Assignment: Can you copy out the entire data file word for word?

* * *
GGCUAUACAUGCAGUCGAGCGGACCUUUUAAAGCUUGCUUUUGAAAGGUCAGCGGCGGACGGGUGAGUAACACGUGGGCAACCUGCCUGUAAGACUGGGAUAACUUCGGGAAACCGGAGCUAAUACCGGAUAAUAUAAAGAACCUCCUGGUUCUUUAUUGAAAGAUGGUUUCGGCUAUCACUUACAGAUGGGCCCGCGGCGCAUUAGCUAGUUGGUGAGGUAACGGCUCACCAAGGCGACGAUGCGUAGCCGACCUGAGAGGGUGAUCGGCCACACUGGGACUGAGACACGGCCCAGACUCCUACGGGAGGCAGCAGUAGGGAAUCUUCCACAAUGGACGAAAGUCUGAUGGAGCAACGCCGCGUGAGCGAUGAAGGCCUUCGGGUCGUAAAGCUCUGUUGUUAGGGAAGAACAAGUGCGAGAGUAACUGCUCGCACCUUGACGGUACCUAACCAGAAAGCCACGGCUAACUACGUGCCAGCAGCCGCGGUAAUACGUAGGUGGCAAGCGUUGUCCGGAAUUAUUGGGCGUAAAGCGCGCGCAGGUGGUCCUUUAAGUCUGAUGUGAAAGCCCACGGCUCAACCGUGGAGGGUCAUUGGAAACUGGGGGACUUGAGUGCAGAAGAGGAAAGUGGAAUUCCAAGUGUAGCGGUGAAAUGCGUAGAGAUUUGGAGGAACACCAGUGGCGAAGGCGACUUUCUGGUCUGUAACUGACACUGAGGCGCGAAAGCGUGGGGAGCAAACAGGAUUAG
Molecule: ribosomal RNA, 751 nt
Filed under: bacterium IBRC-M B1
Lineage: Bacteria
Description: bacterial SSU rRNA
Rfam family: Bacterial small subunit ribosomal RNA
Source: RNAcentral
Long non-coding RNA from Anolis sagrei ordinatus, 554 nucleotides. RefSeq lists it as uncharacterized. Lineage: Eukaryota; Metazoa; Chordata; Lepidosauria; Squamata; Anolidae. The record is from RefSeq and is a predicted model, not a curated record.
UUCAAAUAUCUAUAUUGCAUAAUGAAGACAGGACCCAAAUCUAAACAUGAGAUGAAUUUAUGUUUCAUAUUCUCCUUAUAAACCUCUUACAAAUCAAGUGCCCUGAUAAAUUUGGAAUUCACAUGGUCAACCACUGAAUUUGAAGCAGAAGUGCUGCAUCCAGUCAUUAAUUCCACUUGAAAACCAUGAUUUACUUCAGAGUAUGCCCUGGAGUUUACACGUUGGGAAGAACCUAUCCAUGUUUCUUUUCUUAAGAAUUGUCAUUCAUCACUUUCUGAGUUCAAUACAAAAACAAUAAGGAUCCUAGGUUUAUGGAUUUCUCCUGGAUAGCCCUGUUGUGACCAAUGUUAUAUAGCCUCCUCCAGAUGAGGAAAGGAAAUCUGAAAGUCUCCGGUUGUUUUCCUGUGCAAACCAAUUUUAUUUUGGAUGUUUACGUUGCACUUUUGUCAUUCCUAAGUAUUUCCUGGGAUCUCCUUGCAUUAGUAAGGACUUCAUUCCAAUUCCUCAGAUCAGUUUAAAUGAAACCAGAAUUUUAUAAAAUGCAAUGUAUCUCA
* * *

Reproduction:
GGCUAUACAUGCAGUCGAGCGGACCUUUUAAAGCUUGCUUUUGAAAGGUCAGCGGCGGACGGGUGAGUAACACGUGGGCAACCUGCCUGUAAGACUGGGAUAACUUCGGGAAACCGGAGCUAAUACCGGAUAAUAUAAAGAACCUCCUGGUUCUUUAUUGAAAGAUGGUUUCGGCUAUCACUUACAGAUGGGCCCGCGGCGCAUUAGCUAGUUGGUGAGGUAACGGCUCACCAAGGCGACGAUGCGUAGCCGACCUGAGAGGGUGAUCGGCCACACUGGGACUGAGACACGGCCCAGACUCCUACGGGAGGCAGCAGUAGGGAAUCUUCCACAAUGGACGAAAGUCUGAUGGAGCAACGCCGCGUGAGCGAUGAAGGCCUUCGGGUCGUAAAGCUCUGUUGUUAGGGAAGAACAAGUGCGAGAGUAACUGCUCGCACCUUGACGGUACCUAACCAGAAAGCCACGGCUAACUACGUGCCAGCAGCCGCGGUAAUACGUAGGUGGCAAGCGUUGUCCGGAAUUAUUGGGCGUAAAGCGCGCGCAGGUGGUCCUUUAAGUCUGAUGUGAAAGCCCACGGCUCAACCGUGGAGGGUCAUUGGAAACUGGGGGACUUGAGUGCAGAAGAGGAAAGUGGAAUUCCAAGUGUAGCGGUGAAAUGCGUAGAGAUUUGGAGGAACACCAGUGGCGAAGGCGACUUUCUGGUCUGUAACUGACACUGAGGCGCGAAAGCGUGGGGAGCAAACAGGAUUAG
Molecule: ribosomal RNA, 751 nt
Filed under: bacterium IBRC-M B1
Lineage: Bacteria
Description: bacterial SSU rRNA
Rfam family: Bacterial small subunit ribosomal RNA
Source: RNAcentral
Long non-coding RNA from Anolis sagrei ordinatus, 554 nucleotides. RefSeq lists it as uncharacterized. Lineage: Eukaryota; Metazoa; Chordata; Lepidosauria; Squamata; Anolidae. The record is from RefSeq and is a predicted model, not a curated record.
UUCAAAUAUCUAUAUUGCAUAAUGAAGACAGGACCCAAAUCUAAACAUGAGAUGAAUUUAUGUUUCAUAUUCUCCUUAUAAACCUCUUACAAAUCAAGUGCCCUGAUAAAUUUGGAAUUCACAUGGUCAACCACUGAAUUUGAAGCAGAAGUGCUGCAUCCAGUCAUUAAUUCCACUUGAAAACCAUGAUUUACUUCAGAGUAUGCCCUGGAGUUUACACGUUGGGAAGAACCUAUCCAUGUUUCUUUUCUUAAGAAUUGUCAUUCAUCACUUUCUGAGUUCAAUACAAAAACAAUAAGGAUCCUAGGUUUAUGGAUUUCUCCUGGAUAGCCCUGUUGUGACCAAUGUUAUAUAGCCUCCUCCAGAUGAGGAAAGGAAAUCUGAAAGUCUCCGGUUGUUUUCCUGUGCAAACCAAUUUUAUUUUGGAUGUUUACGUUGCACUUUUGUCAUUCCUAAGUAUUUCCUGGGAUCUCCUUGCAUUAGUAAGGACUUCAUUCCAAUUCCUCAGAUCAGUUUAAAUGAAACCAGAAUUUUAUAAAAUGCAAUGUAUCUCA